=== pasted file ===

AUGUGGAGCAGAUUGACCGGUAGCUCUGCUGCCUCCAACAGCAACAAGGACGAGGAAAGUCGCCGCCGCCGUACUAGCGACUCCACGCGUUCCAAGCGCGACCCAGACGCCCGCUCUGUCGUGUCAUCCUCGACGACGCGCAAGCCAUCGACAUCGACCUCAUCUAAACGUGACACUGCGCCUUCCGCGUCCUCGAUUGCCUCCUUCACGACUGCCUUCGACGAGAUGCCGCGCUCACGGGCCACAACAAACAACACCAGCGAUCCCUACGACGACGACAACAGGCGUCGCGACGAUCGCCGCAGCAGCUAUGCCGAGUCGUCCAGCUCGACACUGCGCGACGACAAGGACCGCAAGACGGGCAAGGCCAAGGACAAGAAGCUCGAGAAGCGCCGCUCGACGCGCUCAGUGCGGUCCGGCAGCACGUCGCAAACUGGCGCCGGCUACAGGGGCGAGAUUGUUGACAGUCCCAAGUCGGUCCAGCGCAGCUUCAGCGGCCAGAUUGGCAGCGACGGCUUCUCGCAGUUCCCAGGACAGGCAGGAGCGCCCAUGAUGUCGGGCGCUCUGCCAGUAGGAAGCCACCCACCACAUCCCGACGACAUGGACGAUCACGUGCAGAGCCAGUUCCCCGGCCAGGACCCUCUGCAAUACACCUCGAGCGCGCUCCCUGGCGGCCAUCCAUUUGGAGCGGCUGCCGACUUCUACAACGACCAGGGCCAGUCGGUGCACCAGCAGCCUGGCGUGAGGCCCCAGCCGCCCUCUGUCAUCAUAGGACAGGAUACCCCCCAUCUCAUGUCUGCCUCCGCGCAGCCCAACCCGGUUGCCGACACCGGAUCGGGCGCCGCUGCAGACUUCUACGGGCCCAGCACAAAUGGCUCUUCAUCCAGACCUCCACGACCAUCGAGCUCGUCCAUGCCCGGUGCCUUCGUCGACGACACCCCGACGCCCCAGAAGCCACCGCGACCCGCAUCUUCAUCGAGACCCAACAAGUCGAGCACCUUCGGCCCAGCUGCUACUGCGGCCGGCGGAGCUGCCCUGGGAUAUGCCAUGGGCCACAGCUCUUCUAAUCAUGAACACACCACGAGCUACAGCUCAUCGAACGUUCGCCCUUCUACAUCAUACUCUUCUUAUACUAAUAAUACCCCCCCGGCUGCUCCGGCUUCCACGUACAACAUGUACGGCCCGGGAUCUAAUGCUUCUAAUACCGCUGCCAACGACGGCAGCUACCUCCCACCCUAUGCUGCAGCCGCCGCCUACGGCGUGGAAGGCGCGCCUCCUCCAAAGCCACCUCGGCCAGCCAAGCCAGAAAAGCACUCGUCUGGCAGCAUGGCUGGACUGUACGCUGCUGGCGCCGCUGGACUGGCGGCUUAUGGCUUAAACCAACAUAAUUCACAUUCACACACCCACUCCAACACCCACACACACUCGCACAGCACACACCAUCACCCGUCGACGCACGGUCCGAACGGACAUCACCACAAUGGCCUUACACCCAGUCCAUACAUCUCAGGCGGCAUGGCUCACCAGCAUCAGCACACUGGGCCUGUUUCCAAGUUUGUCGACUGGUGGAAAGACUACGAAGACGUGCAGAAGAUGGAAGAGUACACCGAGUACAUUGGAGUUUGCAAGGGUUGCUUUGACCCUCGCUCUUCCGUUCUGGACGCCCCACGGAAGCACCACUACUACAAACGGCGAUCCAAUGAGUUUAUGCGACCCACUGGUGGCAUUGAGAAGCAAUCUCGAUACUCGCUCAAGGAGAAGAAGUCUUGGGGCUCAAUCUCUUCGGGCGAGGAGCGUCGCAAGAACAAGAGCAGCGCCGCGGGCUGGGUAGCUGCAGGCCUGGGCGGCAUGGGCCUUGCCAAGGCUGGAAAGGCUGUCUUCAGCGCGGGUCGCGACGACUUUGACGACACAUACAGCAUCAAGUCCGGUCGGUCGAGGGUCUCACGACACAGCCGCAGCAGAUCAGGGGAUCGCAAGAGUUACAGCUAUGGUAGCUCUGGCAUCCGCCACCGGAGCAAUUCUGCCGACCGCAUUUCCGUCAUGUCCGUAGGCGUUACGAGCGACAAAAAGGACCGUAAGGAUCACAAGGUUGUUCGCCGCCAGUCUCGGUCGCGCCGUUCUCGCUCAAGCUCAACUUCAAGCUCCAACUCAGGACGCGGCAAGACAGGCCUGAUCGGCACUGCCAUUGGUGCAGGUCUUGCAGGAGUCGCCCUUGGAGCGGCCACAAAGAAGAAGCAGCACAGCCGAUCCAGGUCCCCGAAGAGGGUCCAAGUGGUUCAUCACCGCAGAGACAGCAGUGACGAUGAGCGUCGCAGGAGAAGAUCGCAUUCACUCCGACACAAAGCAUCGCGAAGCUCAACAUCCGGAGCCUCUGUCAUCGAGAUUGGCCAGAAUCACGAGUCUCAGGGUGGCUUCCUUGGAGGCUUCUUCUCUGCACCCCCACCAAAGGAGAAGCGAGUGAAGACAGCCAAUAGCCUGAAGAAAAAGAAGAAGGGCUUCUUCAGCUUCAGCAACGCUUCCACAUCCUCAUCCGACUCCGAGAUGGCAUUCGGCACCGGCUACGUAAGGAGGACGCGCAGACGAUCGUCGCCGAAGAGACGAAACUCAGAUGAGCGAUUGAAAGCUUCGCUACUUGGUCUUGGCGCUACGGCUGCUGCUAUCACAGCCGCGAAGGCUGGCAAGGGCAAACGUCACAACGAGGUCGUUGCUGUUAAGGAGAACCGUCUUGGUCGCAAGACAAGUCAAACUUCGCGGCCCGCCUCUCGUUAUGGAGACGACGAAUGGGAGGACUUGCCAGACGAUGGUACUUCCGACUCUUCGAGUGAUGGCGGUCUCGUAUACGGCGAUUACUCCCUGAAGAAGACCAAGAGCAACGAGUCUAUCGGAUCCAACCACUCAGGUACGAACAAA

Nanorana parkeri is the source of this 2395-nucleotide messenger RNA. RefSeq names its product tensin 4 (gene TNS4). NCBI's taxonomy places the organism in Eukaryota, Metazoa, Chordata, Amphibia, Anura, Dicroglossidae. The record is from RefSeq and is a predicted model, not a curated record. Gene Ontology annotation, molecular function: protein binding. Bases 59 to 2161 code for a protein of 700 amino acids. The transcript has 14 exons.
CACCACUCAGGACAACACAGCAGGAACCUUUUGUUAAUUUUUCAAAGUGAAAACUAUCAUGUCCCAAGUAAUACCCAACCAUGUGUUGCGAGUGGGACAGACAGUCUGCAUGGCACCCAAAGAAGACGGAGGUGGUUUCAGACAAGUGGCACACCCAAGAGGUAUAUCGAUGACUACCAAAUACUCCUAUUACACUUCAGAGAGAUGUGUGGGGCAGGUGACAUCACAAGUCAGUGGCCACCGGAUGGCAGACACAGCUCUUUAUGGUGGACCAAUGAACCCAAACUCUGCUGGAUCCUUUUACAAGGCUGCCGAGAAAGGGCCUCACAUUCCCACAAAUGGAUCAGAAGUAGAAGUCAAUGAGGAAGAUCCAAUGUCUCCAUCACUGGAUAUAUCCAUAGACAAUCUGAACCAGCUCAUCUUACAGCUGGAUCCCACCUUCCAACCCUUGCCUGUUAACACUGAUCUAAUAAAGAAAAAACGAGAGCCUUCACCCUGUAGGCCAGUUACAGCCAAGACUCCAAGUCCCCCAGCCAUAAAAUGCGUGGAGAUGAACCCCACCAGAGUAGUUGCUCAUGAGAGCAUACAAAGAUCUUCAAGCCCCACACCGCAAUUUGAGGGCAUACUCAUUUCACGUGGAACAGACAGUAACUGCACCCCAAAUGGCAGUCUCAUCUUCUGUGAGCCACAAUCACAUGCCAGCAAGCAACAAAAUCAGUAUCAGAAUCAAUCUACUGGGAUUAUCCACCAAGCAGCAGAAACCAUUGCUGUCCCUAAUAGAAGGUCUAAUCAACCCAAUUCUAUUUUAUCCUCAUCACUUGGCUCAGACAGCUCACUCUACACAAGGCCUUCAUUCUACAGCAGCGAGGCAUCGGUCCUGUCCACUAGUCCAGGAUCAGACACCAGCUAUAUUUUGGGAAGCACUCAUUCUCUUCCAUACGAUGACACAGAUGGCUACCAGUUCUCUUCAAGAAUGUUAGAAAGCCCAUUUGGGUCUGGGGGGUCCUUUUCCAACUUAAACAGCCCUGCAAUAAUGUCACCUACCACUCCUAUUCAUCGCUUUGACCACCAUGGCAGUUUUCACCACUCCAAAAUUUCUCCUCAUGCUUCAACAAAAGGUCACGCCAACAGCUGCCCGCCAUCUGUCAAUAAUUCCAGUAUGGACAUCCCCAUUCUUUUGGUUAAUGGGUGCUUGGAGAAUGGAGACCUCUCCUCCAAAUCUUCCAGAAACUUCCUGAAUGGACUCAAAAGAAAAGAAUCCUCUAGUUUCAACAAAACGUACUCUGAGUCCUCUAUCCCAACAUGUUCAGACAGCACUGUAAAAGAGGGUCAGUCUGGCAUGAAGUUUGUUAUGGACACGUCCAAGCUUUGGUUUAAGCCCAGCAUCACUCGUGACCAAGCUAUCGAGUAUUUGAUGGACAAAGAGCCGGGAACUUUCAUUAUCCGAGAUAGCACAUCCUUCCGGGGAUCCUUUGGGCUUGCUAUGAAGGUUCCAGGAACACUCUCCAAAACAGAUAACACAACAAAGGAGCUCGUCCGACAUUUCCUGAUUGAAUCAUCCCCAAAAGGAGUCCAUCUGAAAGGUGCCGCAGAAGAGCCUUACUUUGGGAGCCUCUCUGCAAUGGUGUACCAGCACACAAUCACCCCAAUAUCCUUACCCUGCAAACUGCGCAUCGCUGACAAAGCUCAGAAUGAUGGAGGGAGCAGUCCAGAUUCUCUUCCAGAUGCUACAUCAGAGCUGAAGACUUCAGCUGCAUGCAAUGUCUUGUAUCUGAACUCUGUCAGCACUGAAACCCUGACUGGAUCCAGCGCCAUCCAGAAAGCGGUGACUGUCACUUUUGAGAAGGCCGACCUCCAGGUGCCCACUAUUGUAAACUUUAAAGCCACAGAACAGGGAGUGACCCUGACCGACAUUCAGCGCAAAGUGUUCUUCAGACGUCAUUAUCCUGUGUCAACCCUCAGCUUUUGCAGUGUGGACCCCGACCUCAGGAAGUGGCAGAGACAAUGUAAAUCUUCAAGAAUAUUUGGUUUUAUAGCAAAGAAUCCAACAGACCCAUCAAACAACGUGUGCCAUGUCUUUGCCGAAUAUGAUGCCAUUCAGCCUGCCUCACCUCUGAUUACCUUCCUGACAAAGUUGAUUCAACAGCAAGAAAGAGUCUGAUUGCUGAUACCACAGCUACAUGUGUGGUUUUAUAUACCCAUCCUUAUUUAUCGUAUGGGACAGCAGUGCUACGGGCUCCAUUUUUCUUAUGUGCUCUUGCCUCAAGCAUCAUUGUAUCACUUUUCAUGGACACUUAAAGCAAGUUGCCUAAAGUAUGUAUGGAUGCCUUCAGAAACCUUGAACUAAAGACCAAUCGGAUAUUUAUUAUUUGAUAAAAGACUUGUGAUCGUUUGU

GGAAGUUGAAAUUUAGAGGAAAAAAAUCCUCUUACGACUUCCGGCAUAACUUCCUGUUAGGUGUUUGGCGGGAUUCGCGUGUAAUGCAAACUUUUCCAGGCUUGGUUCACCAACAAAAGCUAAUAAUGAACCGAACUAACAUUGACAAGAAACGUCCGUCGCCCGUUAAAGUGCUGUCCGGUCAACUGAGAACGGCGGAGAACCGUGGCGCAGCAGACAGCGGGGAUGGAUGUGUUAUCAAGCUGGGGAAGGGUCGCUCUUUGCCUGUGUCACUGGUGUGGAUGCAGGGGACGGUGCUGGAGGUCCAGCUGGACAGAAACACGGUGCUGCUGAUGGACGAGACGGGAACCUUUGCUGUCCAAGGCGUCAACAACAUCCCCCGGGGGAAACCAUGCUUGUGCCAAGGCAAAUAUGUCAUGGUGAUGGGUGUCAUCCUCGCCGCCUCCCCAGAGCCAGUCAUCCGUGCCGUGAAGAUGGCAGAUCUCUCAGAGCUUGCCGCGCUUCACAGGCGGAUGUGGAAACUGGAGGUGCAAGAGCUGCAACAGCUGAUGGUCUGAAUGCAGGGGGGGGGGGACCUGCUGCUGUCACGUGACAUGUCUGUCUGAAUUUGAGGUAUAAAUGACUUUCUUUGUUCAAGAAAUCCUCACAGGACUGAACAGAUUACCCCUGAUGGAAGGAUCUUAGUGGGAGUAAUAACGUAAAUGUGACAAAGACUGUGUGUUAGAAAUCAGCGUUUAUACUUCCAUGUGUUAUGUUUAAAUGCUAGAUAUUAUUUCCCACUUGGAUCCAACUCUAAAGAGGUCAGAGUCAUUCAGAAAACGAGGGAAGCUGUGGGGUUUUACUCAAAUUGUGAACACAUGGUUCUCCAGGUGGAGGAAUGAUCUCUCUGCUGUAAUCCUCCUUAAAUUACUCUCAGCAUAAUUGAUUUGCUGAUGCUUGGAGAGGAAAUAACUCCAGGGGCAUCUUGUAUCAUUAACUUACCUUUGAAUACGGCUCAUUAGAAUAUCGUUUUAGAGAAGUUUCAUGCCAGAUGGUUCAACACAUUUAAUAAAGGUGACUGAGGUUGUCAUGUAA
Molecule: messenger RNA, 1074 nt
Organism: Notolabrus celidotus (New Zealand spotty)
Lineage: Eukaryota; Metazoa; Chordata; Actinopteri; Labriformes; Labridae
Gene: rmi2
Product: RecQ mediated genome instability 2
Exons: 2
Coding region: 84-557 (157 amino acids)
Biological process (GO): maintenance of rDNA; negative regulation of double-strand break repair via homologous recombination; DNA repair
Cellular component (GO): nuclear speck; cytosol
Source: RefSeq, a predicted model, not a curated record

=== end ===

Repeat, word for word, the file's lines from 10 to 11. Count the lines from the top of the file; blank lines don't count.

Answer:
Exons: 2
Coding region: 84-557 (157 amino acids)